USA —CVS, one of the largest pharmacy chains in the United States, has confirmed its decision to close down its clinical trials unit, which was launched just two years ago.

The pharmacy chain operator emphasized that the winding down process will be conducted in a phased manner, with the ultimate goal of a complete exit by December 31, 2024.

The clinical trials unit was unveiled by CVS in May 2021 during the height of the COVID-19 pandemic, with the aim of supporting clinical trials for vaccines and treatments targeting the virus.

Other major pharmacy players, such as Walgreens and Walmart, followed suit by establishing their own health research institutes in 2022. Kroger also joined the trend by opening a clinical trial site network earlier this year.

These pharmacy giants highlighted their nationwide infrastructure and vast patient data as key advantages, enabling them to connect with a wide range of patients and assist pharmaceutical companies in reaching a larger and more diverse participant pool for clinical trials.

The ability to recruit targeted patient populations more efficiently was expected to accelerate trial enrollment, reduce costs, and address the persistent issue of bias in trial populations.

Currently, the majority of clinical trials struggle to meet their enrollment targets and timelines, making the efforts of these pharmacy chains particularly significant.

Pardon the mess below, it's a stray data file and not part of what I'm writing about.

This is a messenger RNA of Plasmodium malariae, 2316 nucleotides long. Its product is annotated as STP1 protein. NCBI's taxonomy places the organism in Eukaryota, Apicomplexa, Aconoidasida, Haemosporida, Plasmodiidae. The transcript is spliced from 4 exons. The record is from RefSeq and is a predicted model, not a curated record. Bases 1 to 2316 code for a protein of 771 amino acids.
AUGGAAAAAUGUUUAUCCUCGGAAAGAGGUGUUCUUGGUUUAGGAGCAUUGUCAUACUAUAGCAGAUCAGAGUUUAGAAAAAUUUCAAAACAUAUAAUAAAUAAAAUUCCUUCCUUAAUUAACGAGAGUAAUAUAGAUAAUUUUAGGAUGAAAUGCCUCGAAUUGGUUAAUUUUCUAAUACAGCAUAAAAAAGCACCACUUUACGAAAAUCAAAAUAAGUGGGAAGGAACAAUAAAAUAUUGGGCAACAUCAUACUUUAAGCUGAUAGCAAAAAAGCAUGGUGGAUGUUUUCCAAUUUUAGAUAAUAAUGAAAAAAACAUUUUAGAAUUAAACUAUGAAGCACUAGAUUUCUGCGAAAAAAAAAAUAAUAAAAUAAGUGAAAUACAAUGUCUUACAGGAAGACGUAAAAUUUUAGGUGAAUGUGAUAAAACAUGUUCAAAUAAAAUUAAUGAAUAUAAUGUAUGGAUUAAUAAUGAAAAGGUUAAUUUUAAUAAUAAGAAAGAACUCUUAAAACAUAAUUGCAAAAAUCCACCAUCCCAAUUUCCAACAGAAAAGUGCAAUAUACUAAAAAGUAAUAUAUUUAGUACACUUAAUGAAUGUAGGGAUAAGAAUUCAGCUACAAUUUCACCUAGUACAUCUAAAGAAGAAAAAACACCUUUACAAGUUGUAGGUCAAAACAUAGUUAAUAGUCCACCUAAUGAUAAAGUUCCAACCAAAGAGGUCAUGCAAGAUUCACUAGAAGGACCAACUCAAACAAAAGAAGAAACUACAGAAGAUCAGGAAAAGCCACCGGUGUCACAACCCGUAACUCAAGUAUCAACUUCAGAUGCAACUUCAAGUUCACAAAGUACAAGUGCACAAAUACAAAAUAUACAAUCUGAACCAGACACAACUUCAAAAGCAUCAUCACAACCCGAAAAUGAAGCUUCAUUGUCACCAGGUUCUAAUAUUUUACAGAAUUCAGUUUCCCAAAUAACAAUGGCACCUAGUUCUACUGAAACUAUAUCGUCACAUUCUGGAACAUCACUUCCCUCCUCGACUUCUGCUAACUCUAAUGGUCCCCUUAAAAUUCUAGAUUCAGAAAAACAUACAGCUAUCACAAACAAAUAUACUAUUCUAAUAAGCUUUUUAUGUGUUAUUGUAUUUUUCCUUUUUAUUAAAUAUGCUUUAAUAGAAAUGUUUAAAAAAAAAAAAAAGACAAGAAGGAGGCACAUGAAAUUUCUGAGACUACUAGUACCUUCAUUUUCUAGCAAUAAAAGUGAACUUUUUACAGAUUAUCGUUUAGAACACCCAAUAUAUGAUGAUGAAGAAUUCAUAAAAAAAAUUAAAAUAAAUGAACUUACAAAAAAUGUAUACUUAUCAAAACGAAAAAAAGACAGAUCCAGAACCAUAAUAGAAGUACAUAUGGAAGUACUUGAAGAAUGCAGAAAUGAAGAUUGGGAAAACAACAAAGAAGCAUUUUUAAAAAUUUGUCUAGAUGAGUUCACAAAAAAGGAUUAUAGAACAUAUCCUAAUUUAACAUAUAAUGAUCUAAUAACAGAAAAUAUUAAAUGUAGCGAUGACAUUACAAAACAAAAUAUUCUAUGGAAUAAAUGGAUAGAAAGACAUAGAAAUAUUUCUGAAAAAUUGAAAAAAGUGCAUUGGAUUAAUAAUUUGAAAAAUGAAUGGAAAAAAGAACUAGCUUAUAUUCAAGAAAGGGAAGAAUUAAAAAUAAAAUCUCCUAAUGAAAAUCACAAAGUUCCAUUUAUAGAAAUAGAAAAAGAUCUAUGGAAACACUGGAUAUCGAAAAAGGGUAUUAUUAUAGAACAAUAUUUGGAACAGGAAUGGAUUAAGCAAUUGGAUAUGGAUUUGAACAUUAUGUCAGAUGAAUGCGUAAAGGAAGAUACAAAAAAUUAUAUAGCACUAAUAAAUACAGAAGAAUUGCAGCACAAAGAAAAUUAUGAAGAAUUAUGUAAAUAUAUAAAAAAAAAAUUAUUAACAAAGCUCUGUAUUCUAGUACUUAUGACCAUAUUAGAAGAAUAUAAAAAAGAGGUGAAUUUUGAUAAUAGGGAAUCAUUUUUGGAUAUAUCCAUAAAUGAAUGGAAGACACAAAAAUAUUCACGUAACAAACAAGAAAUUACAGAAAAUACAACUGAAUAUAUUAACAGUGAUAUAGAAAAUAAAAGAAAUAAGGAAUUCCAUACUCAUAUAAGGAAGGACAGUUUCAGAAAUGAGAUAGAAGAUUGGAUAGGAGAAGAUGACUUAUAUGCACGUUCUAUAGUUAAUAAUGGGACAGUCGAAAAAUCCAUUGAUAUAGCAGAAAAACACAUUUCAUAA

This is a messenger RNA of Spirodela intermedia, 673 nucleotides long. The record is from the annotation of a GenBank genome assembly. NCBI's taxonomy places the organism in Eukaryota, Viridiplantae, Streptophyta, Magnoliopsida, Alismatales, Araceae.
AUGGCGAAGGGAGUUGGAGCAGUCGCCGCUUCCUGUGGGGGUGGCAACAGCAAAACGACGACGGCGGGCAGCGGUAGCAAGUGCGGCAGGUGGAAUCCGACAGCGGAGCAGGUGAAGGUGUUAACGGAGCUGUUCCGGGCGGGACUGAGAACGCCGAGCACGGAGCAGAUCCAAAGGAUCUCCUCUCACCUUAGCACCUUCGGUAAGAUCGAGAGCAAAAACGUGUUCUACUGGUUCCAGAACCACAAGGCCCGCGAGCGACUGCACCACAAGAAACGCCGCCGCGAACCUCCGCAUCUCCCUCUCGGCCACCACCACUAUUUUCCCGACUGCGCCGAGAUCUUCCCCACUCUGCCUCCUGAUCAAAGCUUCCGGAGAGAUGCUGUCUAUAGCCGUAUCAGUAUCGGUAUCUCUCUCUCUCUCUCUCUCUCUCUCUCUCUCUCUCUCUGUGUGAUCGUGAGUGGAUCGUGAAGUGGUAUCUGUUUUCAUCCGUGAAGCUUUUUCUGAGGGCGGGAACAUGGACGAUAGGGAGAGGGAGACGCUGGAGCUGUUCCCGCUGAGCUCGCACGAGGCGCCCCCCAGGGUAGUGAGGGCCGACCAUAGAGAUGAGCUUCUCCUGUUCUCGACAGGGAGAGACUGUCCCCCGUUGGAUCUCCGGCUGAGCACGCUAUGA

CVS’ clinical trials business relied on data from over 100 million CVS patients and was actively recruiting participants for five ongoing trials, including studies related to narcolepsy, rheumatoid arthritis, and kidney health, as indicated on its website.

However, CVS has not publicly disclosed the financial performance of its clinical trials unit. The spokesperson declined to provide information regarding the unit’s profitability.

The decision to close down the clinical trials services division aligns with CVS’s larger corporate strategy of focusing on core operations and integrating recent acquisitions in the primary care and home health sectors.

The company has been actively pursuing major mergers and acquisitions, including the US$10.6 billion acquisition of primary care company Oak Street Health and the US$8 billion purchase of home care provider Signify Health.

These integration efforts, along with associated costs, have affected CVS’s financial outlook for 2023.

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